Retail is under pressure. External factors such as increasing competition, technology advancements, and pandemic restrictions are driving change online and offline. Consumer preferences are also changing quickly.
That doesn’t mean it’s time to abandon the physical retail store. According to the Fourth Edition of the Connected Shoppers Report, 82% of the $23 trillion worth of sales occurred in physical locations in 2020.
Retail stores in the future are likely to remain significant moments in the customer journey. They will aim to support customers’ needs for entertainment, product engagement, fulfillment, service, and support. However, we may see those needs fulfilled in new ways.
For example, augmented reality (AR) and virtual reality (VR) can drive purchasing and compress the customer journey into a single moment. Retail sales staff may become influencers who sell on the ‘Edge’. More retailers may open hyper-niche stores.
Finally, direct-to-consumer (DTC) brands may partner with traditional retailers to break out of the online bubble, or open their own in real life locations. We’ve seen this with Roak, Warby Parker, and other brands.
At the same time, marketers will need to know their customers better than ever before. This requires a data-first approach built on solid journey management and a single source of customer truth.
Here are three critical trends that can shape retail stores of the future:
AR/VR can help customers make better decisions
AR and VR can be used as tools to compress the customer journey into a series of concurrent experiences that occur in a single moment. This provides a new way for customers to ask questions and obtain more information than was previously possible. Risk is removed from the purchase, and the customer can make better decisions.
For example, a brand may deploy an advertisement via social channels that connects the consumer to an AR/VR-based product demonstration. Next, the consumer may choose to engage with a bot to ask questions. This completes the consideration phase of the buyer’s journey and leads to purchasing. All in a single moment.
IKEA is one company that’s investing in this style of AR-assisted selling. The new IKEA Studio app (currently in beta testing) encourages consumers to virtually furnish entire rooms with multiple IKEA products. By doing so, IKEA has made it easier for customers to reach their desired goal, the completed room. By leveraging an AR-assisted moment, IKEA helps to answer previously unanswerable questions, like “Will this rug, lamp, and pillow pull the room together”? Thus removing risk from buying and speeding up the buying cycle.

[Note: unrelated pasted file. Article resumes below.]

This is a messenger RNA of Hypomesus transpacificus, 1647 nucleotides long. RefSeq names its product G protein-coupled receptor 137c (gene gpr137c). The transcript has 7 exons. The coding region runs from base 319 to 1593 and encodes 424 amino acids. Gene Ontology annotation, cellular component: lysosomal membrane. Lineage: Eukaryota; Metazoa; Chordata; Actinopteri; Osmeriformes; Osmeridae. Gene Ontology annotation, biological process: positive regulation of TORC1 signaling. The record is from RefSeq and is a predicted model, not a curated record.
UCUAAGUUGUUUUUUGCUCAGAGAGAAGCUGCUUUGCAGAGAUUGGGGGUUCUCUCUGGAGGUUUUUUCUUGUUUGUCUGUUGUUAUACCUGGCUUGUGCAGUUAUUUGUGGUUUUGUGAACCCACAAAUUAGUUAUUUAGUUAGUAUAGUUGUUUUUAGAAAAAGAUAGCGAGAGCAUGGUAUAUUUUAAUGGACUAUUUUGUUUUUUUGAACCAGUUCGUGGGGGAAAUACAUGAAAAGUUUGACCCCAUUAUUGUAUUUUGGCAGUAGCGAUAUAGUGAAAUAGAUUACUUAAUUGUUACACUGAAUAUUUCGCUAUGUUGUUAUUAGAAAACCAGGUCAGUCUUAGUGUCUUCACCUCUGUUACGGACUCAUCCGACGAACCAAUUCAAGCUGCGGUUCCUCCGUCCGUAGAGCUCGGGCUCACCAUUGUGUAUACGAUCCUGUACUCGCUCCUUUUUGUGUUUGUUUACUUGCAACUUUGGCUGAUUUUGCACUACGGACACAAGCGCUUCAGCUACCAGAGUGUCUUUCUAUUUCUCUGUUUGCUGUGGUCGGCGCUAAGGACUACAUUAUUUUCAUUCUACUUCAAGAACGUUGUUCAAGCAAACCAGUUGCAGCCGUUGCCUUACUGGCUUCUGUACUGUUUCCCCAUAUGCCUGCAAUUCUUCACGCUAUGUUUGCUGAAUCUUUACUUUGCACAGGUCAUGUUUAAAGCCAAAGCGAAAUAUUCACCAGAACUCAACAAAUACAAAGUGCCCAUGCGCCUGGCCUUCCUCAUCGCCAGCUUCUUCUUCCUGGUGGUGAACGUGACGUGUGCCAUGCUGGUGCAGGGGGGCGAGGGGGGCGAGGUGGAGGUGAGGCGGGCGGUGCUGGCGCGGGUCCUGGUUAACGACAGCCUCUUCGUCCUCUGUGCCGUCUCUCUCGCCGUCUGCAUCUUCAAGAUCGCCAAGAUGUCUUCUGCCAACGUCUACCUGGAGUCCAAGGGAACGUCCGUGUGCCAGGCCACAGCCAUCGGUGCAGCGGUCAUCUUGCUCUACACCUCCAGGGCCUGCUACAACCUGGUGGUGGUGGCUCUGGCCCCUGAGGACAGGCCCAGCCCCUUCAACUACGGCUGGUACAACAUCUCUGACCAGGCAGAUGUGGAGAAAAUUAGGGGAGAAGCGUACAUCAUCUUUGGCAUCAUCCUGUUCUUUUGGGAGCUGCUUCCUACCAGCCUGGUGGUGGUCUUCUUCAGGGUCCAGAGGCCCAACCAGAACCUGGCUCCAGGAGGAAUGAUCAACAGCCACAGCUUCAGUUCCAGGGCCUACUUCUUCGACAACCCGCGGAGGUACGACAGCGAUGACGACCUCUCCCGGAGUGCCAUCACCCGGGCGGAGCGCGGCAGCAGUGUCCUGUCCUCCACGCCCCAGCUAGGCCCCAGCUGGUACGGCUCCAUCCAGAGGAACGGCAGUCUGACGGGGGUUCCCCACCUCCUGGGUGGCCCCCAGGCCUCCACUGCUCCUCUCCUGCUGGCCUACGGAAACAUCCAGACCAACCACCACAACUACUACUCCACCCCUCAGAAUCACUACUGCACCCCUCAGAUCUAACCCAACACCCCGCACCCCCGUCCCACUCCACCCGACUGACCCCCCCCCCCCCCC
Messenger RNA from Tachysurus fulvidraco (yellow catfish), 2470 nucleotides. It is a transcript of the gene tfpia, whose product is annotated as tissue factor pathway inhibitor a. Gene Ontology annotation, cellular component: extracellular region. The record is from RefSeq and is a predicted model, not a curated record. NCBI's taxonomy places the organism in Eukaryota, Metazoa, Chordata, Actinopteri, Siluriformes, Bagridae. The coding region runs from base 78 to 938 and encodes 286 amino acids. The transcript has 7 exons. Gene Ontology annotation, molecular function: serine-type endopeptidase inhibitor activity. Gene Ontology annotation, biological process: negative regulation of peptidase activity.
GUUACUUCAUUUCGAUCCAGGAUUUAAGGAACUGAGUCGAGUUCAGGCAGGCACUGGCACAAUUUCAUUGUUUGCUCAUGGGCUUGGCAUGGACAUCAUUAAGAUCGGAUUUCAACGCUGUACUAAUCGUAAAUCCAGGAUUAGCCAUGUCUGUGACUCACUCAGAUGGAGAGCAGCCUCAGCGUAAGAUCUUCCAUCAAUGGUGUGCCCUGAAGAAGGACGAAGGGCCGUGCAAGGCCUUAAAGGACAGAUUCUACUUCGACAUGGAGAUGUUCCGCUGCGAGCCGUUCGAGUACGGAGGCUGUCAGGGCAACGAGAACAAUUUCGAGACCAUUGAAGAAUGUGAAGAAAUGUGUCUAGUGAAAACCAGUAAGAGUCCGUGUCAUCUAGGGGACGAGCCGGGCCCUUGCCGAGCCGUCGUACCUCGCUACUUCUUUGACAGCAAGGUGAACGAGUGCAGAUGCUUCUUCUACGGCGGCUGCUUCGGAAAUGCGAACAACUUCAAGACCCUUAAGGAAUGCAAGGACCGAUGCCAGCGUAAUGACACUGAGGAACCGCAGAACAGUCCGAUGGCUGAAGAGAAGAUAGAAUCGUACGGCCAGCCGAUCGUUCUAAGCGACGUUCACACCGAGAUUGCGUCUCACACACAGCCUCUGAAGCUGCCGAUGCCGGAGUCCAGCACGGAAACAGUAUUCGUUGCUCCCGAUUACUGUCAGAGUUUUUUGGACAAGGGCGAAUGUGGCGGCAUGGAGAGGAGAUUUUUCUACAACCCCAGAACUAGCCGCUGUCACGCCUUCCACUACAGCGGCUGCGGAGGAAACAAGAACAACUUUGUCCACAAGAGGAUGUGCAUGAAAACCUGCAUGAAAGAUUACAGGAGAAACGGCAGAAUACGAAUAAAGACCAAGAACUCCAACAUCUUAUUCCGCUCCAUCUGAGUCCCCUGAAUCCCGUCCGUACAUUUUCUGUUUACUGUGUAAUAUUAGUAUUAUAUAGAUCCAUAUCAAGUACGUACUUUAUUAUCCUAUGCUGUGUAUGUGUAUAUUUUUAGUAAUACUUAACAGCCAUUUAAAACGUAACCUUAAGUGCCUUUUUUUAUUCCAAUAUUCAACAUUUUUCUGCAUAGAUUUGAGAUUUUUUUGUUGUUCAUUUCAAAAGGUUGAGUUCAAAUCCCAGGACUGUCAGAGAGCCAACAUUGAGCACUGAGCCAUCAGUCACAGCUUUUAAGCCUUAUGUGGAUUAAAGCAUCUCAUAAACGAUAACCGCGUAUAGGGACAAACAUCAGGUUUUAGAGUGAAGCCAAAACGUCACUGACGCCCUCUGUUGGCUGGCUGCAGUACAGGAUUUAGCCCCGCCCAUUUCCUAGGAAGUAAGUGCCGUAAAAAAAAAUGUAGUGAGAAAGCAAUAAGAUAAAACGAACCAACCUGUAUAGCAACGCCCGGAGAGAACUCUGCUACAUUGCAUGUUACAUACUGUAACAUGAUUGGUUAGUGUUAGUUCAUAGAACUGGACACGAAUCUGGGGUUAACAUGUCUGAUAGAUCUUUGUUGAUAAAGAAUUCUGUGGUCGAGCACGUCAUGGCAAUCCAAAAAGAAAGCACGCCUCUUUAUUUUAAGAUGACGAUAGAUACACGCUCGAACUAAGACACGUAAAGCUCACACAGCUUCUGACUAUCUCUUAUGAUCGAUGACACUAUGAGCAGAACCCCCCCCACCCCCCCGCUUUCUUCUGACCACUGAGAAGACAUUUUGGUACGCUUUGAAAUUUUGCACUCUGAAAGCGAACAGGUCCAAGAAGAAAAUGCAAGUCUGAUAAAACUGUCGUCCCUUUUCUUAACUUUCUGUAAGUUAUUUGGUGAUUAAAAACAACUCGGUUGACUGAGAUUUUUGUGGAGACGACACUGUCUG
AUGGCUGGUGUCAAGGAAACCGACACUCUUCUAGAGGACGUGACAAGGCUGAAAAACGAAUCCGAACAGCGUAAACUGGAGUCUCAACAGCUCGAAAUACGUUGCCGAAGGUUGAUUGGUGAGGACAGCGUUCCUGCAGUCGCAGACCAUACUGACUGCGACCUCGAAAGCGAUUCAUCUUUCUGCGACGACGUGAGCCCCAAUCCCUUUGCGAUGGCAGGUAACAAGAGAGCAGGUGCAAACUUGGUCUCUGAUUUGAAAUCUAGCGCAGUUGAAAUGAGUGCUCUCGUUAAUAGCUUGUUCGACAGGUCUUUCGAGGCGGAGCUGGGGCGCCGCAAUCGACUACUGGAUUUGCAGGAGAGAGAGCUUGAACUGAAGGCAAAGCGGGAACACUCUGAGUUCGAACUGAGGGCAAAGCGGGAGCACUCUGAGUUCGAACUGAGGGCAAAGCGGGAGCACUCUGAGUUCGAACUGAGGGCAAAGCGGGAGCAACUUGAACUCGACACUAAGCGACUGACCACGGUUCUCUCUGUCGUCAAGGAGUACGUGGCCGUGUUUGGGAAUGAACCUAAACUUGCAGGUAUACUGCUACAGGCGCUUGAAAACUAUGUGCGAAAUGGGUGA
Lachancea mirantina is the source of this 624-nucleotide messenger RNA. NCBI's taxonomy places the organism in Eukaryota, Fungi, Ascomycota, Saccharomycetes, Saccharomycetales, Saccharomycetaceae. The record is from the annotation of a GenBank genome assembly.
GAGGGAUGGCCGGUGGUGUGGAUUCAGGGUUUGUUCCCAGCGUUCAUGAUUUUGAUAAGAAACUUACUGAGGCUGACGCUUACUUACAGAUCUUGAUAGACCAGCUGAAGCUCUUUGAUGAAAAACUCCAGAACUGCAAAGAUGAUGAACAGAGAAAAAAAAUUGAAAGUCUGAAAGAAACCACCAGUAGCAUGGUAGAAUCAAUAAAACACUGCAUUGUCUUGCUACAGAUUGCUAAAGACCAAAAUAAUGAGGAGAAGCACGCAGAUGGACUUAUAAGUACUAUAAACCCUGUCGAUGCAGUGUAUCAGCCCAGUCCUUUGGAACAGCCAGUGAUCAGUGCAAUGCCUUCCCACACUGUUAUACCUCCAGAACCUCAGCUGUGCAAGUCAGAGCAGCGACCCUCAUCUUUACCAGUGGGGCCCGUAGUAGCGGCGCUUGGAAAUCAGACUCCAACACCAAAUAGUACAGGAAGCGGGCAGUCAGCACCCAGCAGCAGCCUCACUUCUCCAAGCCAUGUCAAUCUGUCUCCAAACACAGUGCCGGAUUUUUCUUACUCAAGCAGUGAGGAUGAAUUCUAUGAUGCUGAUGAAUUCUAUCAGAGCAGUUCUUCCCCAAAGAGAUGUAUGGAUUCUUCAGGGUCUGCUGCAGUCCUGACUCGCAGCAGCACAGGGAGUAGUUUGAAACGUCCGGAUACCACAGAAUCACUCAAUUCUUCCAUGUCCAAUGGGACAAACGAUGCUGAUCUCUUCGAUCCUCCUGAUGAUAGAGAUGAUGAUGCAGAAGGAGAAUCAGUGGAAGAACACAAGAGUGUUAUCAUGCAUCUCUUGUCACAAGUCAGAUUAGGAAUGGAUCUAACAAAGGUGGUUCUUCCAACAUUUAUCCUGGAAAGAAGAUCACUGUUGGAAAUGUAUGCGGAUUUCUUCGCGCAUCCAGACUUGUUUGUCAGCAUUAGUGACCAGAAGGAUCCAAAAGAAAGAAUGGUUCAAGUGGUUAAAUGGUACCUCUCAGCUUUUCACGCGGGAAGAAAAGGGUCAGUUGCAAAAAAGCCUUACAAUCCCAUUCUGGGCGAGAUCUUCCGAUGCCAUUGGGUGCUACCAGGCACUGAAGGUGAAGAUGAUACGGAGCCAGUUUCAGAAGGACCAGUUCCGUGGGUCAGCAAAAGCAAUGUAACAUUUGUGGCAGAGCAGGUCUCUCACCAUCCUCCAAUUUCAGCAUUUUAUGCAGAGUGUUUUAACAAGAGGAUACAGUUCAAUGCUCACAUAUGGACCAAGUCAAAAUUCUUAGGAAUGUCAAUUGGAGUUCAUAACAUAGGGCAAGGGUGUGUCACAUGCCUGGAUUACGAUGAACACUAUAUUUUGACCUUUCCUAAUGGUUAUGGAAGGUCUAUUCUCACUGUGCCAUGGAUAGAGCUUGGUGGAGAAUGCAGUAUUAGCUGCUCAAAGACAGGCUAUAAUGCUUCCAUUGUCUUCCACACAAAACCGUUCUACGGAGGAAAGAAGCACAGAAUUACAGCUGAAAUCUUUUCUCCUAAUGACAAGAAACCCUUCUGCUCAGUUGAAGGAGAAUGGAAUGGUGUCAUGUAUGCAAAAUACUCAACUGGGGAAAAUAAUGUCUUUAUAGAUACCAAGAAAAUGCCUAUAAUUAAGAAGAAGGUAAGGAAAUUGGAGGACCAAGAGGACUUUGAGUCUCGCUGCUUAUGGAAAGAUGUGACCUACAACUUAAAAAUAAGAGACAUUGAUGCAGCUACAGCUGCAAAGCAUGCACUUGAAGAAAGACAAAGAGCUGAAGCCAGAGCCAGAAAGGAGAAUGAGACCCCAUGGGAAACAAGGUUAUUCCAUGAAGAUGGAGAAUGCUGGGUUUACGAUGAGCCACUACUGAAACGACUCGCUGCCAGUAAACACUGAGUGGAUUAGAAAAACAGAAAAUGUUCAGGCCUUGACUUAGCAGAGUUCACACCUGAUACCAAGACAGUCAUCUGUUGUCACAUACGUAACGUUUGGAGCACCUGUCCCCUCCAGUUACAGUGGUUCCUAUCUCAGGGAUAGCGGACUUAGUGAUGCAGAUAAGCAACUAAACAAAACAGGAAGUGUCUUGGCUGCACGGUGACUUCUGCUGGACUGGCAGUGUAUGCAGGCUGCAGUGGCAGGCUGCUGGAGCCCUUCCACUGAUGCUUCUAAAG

Retail stores may become influencer studios
Shopping will likely continue to be a form of entertainment for consumers.
Retailers may consider merging online and offline selling by turning their stores into influencer studios. Retail staff can become influencers who sell products on the ‘Edge’. The ‘Edge’ refers to non-traditional brand or retail spaces, such as social media channels.
We’re already seeing retail sales staff at high-end brands like Tiffany’s sell to their own social media followings through their personal social media accounts. We may even see the rise of powerful influencers who lead tours to different stores, and book retail studios like music venues.
It’s likely that the growth of e-commerce will also continue to turn retail stores into BOPIS (Buy Online Pickup In Store) fulfillment centres. We may also continue to see retailers dedicate more physical retail store floor space to service and support departments. Apple pioneered this concept with ‘Genius Bars’ at the forefront of many of the brand’s retail stores.
Retailers may open hyper-focused stores and DTC pop-ups
Brands may take personalisation to the next level with new hyper-focused retail stores. These can carry a single product line to create super-niche experiences. Adidas, for example, recently opened a Terrex flagship store in Shanghai that only stocks the brand’s Terrex product line.
Smaller DTC brands may partner with larger traditional retailers to scale beyond online sales. These partnerships can also benefit traditional retailers. For example, they can consider embracing DTC pop-ups to refresh their offerings each time the customer visits the store.
The success of these partnerships depends on how well brands and retailers know their customers. Deep insights into what audience segments want, need, and expect will be critical to selecting the right retail and DTC partnerships.
Physical retail stores will still be relevant
While technology will feature heavily in the future of retail, it will not replace the physical store. Customers may not purchase in-store, but real-world interactions with brands will still be highly valued. It’s the nature of these interactions that will likely change the role the retail store plays in the customer journey.